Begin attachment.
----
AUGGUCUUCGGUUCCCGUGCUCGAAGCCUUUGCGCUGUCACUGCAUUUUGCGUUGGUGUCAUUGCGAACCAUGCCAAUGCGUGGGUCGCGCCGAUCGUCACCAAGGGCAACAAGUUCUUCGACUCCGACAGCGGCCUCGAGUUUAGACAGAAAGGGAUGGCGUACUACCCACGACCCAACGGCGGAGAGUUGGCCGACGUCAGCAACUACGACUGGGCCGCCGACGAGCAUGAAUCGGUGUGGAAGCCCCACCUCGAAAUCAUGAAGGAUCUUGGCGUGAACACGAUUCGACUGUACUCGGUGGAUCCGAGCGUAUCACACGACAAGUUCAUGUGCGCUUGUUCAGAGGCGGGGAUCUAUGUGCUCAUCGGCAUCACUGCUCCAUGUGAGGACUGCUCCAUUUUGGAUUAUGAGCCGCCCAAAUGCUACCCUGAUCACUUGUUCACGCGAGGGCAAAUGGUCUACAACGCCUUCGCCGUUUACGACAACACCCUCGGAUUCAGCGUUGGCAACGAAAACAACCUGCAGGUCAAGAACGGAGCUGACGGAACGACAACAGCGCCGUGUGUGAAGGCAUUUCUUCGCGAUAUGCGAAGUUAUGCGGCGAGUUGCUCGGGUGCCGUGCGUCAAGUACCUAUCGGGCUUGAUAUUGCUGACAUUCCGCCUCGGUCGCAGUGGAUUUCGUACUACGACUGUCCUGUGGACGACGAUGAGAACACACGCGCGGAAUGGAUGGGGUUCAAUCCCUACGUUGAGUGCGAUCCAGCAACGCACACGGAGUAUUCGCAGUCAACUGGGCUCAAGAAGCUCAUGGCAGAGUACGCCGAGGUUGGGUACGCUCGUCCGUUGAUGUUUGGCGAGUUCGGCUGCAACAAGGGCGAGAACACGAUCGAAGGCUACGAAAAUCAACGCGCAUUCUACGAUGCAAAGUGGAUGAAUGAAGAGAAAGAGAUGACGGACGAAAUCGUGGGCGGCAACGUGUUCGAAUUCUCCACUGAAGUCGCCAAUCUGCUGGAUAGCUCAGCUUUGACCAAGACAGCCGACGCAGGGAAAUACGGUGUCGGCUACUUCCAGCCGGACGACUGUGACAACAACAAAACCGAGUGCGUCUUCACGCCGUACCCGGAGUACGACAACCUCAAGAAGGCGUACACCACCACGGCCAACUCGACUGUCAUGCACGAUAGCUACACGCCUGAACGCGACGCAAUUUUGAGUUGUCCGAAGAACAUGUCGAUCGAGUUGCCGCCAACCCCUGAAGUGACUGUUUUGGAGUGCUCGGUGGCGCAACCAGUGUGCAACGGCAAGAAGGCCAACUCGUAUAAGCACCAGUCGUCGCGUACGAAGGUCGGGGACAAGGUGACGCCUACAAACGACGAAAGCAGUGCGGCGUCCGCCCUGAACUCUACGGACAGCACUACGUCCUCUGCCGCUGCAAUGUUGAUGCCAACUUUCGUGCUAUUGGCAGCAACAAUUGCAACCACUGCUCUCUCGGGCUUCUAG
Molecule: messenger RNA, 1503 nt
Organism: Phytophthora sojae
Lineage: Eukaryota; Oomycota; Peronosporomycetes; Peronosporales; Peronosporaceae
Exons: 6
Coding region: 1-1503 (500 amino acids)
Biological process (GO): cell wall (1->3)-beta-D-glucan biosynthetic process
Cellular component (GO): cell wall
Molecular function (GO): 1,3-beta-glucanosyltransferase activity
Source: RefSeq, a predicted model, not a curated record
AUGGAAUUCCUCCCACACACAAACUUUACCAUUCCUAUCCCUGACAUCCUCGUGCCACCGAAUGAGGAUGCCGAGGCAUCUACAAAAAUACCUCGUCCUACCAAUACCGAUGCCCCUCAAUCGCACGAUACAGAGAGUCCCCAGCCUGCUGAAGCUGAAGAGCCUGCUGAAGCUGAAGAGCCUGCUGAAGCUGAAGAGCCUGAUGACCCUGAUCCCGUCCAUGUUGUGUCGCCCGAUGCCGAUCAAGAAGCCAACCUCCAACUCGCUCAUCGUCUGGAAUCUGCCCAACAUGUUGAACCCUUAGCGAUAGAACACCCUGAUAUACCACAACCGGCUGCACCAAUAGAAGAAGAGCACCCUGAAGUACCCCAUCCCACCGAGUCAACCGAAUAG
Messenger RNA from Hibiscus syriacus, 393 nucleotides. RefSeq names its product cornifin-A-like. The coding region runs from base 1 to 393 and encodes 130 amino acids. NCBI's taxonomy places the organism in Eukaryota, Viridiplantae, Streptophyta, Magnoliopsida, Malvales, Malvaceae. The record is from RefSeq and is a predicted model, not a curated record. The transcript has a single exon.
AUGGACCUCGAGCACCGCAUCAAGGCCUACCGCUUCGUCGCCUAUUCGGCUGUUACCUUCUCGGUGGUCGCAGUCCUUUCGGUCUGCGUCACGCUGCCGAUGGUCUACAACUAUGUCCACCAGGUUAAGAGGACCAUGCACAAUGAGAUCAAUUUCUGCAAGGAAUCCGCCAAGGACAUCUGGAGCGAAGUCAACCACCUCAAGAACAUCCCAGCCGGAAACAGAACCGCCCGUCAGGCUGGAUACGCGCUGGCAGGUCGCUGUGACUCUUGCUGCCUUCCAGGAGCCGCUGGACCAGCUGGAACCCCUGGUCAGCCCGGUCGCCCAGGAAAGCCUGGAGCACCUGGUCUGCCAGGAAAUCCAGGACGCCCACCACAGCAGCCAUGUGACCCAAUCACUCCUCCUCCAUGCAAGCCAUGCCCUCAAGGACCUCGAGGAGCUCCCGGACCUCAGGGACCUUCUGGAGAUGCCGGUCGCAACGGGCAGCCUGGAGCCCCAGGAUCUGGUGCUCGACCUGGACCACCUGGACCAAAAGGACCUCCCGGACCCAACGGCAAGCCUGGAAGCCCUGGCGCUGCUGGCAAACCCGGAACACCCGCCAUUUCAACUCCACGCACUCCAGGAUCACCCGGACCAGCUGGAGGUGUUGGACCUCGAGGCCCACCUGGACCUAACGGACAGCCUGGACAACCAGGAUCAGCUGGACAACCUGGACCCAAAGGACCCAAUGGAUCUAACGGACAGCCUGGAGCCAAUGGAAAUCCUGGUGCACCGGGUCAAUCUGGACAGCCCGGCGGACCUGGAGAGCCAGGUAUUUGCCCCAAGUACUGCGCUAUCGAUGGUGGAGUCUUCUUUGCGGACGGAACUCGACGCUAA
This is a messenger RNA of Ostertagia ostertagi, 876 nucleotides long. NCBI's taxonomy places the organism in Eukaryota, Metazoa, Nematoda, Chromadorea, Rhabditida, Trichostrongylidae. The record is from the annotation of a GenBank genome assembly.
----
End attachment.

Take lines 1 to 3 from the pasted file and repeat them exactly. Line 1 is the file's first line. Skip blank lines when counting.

AUGGUCUUCGGUUCCCGUGCUCGAAGCCUUUGCGCUGUCACUGCAUUUUGCGUUGGUGUCAUUGCGAACCAUGCCAAUGCGUGGGUCGCGCCGAUCGUCACCAAGGGCAACAAGUUCUUCGACUCCGACAGCGGCCUCGAGUUUAGACAGAAAGGGAUGGCGUACUACCCACGACCCAACGGCGGAGAGUUGGCCGACGUCAGCAACUACGACUGGGCCGCCGACGAGCAUGAAUCGGUGUGGAAGCCCCACCUCGAAAUCAUGAAGGAUCUUGGCGUGAACACGAUUCGACUGUACUCGGUGGAUCCGAGCGUAUCACACGACAAGUUCAUGUGCGCUUGUUCAGAGGCGGGGAUCUAUGUGCUCAUCGGCAUCACUGCUCCAUGUGAGGACUGCUCCAUUUUGGAUUAUGAGCCGCCCAAAUGCUACCCUGAUCACUUGUUCACGCGAGGGCAAAUGGUCUACAACGCCUUCGCCGUUUACGACAACACCCUCGGAUUCAGCGUUGGCAACGAAAACAACCUGCAGGUCAAGAACGGAGCUGACGGAACGACAACAGCGCCGUGUGUGAAGGCAUUUCUUCGCGAUAUGCGAAGUUAUGCGGCGAGUUGCUCGGGUGCCGUGCGUCAAGUACCUAUCGGGCUUGAUAUUGCUGACAUUCCGCCUCGGUCGCAGUGGAUUUCGUACUACGACUGUCCUGUGGACGACGAUGAGAACACACGCGCGGAAUGGAUGGGGUUCAAUCCCUACGUUGAGUGCGAUCCAGCAACGCACACGGAGUAUUCGCAGUCAACUGGGCUCAAGAAGCUCAUGGCAGAGUACGCCGAGGUUGGGUACGCUCGUCCGUUGAUGUUUGGCGAGUUCGGCUGCAACAAGGGCGAGAACACGAUCGAAGGCUACGAAAAUCAACGCGCAUUCUACGAUGCAAAGUGGAUGAAUGAAGAGAAAGAGAUGACGGACGAAAUCGUGGGCGGCAACGUGUUCGAAUUCUCCACUGAAGUCGCCAAUCUGCUGGAUAGCUCAGCUUUGACCAAGACAGCCGACGCAGGGAAAUACGGUGUCGGCUACUUCCAGCCGGACGACUGUGACAACAACAAAACCGAGUGCGUCUUCACGCCGUACCCGGAGUACGACAACCUCAAGAAGGCGUACACCACCACGGCCAACUCGACUGUCAUGCACGAUAGCUACACGCCUGAACGCGACGCAAUUUUGAGUUGUCCGAAGAACAUGUCGAUCGAGUUGCCGCCAACCCCUGAAGUGACUGUUUUGGAGUGCUCGGUGGCGCAACCAGUGUGCAACGGCAAGAAGGCCAACUCGUAUAAGCACCAGUCGUCGCGUACGAAGGUCGGGGACAAGGUGACGCCUACAAACGACGAAAGCAGUGCGGCGUCCGCCCUGAACUCUACGGACAGCACUACGUCCUCUGCCGCUGCAAUGUUGAUGCCAACUUUCGUGCUAUUGGCAGCAACAAUUGCAACCACUGCUCUCUCGGGCUUCUAG
Molecule: messenger RNA, 1503 nt
Organism: Phytophthora sojae